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An interim report on the deadly April 25 crash of a speeding commuter train on West Japan Railway Co.’s Fukuchiyama Line touches on the driver’s apparent erratic behavior but leaves many questions unanswered.

The report by the Aircraft and Railway Accidents Investigation Commission probing the derailment in Amagasaki, Hyogo Prefecture, was submitted Tuesday to Land, Infrastructure and Transport Minister Kazuo Kitagawa.

Its main conclusion is that speeding on the part of driver Ryujiro Takami, 23, caused the seven-car rapid service train to jump the tracks on a tight, 304-meter-radius curve and slam into a nine-story condominium building, killing himself and 106 passengers and leaving 555 people injured.

Officials of the commission said, however, they still have a long way to go before they can determine precisely why Takami failed to slow for the curve.

“It is difficult to thrash out a solution in terms of the human factor,” Junzo Sato, investigation commission head, told reporters. “The driver is dead and the data recorder could not record his mental state.”

It was widely reported that Takami was speeding to make up for lost time for fear of being punished by JR West, but commission officials claimed they need more time to study the crash from an objective perspective.

In the report, the commission said the rush-hour train was running at more than 110 kph — well above the 70 kph speed limit for that section of track — as it entered the sharp bend.

According to data from the automatic train system, Takami applied the regular brakes only after the train entered the curve, and never activated the emergency brakes. This has baffled experts, because drivers should instinctively sense a speeding danger and apply the brakes accordingly.

Kozo Amano, a professor emeritus majoring in traffic engineering at Kyoto University, said drivers normally should start applying the regular brakes at least 300 to 400 meters before the curve to lower the speed to 70 kph.

“It is conceivable that the driver was in an altered state,” or was unconscious and unable to apply the brakes, Amano said.

The train had overrun the platform at Itami Station, an earlier stop, by 70 meters, prompting speculation that Takami ran faster to make up for the time lost there, which reportedly amounted to 80 seconds.

According to the report, Takami was involved in a 100-meter platform overrun at another station in June 2004.

JR West has been conducting “re-education programs” for drivers who made operating errors.

Unions, however, have branded the programs as punitive activities that put drivers under enormous psychological pressure. The commission said errant drivers sometimes had to weed station grounds or perform other menial or humiliating duties.

The commission has been investigating the re-education programs to find out how they affected Takami’s attitude but has yet to reach a conclusion.

Besides data analysis on how the train traveled, the interim report includes proposals on rail safety measures, mainly to ensure trains do not exceed speed limits.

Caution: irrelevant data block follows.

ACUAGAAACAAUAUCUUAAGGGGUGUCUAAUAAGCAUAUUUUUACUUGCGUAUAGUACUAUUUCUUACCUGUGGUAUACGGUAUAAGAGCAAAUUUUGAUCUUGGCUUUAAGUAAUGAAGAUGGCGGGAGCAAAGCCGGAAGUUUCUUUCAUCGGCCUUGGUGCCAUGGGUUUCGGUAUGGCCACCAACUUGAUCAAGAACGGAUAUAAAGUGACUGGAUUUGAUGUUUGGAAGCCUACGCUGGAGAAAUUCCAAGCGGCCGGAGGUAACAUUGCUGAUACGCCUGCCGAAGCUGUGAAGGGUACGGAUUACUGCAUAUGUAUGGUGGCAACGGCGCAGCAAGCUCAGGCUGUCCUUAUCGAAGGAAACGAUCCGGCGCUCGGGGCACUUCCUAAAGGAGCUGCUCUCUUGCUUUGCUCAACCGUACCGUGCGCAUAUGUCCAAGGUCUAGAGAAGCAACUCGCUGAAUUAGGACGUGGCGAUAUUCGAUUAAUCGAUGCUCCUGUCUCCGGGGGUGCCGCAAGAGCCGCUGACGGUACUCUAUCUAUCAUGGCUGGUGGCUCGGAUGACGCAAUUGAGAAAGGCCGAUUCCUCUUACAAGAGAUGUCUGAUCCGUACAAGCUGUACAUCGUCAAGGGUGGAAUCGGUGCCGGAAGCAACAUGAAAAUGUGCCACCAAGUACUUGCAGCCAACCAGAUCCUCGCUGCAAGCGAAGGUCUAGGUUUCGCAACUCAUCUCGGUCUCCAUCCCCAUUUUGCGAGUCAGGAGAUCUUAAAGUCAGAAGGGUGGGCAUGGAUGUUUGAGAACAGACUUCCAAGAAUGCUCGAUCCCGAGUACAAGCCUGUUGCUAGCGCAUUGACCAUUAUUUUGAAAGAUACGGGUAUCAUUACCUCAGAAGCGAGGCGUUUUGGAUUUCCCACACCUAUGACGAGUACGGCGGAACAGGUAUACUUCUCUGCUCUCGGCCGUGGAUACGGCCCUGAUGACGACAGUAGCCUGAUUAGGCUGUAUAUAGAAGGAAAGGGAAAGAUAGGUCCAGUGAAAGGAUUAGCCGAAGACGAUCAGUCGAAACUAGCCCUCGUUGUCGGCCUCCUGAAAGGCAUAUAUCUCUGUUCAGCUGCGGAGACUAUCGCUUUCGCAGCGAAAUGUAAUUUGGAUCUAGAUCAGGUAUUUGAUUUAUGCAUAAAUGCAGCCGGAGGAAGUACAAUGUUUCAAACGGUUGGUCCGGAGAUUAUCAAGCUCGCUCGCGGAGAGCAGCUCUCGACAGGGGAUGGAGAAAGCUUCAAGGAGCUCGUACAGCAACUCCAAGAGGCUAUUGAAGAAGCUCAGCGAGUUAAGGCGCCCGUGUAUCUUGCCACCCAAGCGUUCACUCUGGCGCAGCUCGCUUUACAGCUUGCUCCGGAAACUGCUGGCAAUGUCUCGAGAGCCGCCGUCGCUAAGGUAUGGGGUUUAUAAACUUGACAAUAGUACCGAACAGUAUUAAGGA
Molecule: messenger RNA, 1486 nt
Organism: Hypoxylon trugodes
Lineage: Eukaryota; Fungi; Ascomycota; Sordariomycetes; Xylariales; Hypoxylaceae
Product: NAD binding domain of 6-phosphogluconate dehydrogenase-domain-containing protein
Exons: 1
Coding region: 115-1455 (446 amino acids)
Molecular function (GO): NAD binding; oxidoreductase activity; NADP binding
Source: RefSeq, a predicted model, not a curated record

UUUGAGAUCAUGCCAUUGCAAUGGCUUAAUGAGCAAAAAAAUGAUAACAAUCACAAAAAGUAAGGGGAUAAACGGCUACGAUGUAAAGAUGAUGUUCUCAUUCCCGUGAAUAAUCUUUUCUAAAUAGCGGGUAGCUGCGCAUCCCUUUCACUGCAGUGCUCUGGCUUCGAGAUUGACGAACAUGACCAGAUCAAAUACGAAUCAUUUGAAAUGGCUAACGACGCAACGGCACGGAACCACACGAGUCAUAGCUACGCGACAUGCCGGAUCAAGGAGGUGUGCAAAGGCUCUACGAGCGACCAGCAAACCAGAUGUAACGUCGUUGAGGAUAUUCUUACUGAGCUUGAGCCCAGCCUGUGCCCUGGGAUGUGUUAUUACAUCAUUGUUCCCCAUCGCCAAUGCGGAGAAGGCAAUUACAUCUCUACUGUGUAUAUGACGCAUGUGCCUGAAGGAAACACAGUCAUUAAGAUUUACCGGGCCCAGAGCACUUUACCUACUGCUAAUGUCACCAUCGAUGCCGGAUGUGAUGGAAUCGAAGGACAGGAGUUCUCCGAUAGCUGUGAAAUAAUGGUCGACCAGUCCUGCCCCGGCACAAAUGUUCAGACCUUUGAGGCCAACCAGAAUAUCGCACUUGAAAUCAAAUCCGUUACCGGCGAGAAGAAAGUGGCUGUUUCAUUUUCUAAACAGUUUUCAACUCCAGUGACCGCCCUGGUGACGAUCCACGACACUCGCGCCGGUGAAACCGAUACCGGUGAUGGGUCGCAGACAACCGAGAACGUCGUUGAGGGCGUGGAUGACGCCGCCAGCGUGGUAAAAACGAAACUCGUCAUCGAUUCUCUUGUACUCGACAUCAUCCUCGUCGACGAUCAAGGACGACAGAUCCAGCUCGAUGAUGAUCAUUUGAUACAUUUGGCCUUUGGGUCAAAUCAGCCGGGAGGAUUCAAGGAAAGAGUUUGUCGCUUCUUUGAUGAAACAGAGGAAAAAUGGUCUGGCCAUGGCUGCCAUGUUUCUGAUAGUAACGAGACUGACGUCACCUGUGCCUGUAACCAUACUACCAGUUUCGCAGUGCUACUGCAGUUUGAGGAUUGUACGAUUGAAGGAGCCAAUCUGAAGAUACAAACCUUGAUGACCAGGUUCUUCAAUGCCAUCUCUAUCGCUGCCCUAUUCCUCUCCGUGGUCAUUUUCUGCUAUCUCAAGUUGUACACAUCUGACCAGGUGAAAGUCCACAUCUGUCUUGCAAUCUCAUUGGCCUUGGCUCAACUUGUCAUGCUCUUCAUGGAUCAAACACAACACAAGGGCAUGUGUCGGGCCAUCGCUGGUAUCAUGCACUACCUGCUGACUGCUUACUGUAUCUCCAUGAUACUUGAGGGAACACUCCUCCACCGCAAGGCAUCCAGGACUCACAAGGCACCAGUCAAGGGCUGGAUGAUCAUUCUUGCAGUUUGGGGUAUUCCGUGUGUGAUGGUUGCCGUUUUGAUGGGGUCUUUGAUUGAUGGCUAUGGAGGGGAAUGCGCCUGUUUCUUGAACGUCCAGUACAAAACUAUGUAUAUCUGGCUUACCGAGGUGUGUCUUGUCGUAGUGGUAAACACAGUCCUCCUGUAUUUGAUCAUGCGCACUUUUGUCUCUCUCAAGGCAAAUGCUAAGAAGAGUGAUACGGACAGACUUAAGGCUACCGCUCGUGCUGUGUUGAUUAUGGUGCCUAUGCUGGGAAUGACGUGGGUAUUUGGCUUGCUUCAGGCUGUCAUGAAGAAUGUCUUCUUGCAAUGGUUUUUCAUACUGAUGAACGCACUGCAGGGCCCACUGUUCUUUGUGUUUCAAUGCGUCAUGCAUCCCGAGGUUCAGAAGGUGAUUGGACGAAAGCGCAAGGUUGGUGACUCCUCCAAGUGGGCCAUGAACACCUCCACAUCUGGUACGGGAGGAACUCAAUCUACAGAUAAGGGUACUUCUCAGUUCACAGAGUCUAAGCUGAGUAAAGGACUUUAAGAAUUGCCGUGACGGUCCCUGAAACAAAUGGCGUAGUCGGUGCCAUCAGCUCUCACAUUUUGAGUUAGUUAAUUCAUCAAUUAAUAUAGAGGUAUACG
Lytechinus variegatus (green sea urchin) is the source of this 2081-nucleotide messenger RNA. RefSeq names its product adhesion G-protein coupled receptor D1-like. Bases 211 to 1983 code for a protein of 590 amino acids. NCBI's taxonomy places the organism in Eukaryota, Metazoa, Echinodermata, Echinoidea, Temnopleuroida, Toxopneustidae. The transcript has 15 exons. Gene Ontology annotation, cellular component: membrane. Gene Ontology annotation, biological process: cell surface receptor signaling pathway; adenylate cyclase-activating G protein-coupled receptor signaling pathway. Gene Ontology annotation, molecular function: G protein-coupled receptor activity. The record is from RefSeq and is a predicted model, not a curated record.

Proposals by the commission include installing the latest version of the ATS system at curves and junctions that would automatically stop a train before a dangerous situation unfolds, improving train speedometer accuracy and improving radio systems that would alert other trains heading toward a derailment.

Satoru Sone, a transport engineering professor at Kogakuin University, said railways should always prepare for the worst case when they introduce safety measures.

“Humans sometimes do the unthinkable, and railways must try to ensure their safety measures can cover abnormal actions by people,” said Sone, who was asked to become an external board member at JR West in June.

The transport ministry earlier ordered railways nationwide to list sites where installing the new ATS system would improve safety, and it plans to boost its scrutiny of train driver education and testing.

JR West, in a safety report submitted to the ministry in June, promised to install the new ATS at 1,234 sections of track by next March.

After receiving the interim report, transport minister Kitagawa told reporters, “In response to the proposals, we will order railways to make sure train radio systems work properly and will soon investigate the accuracy of train speedometers.”

Commission head Sato said a final report is expected in April 2007.

Report useless: group

OSAKA (Kyodo) Relatives of people killed in the April 25 train crash in Amagasaki, Hyogo Prefecture, complained Tuesday that the government’s interim report still doesn’t reveal anything about the cause of the accident.

“It was regrettable that the commission did not analyze the mechanism of the accident,” said Yasakazu Asano of 4/25 Network. “I would like to hear (about the findings) directly from the commission.”

“I think JR (West) does not want to explain about the accident,” Asano said. “When families learn why their relatives died, they can recover their emotions for the first time.”

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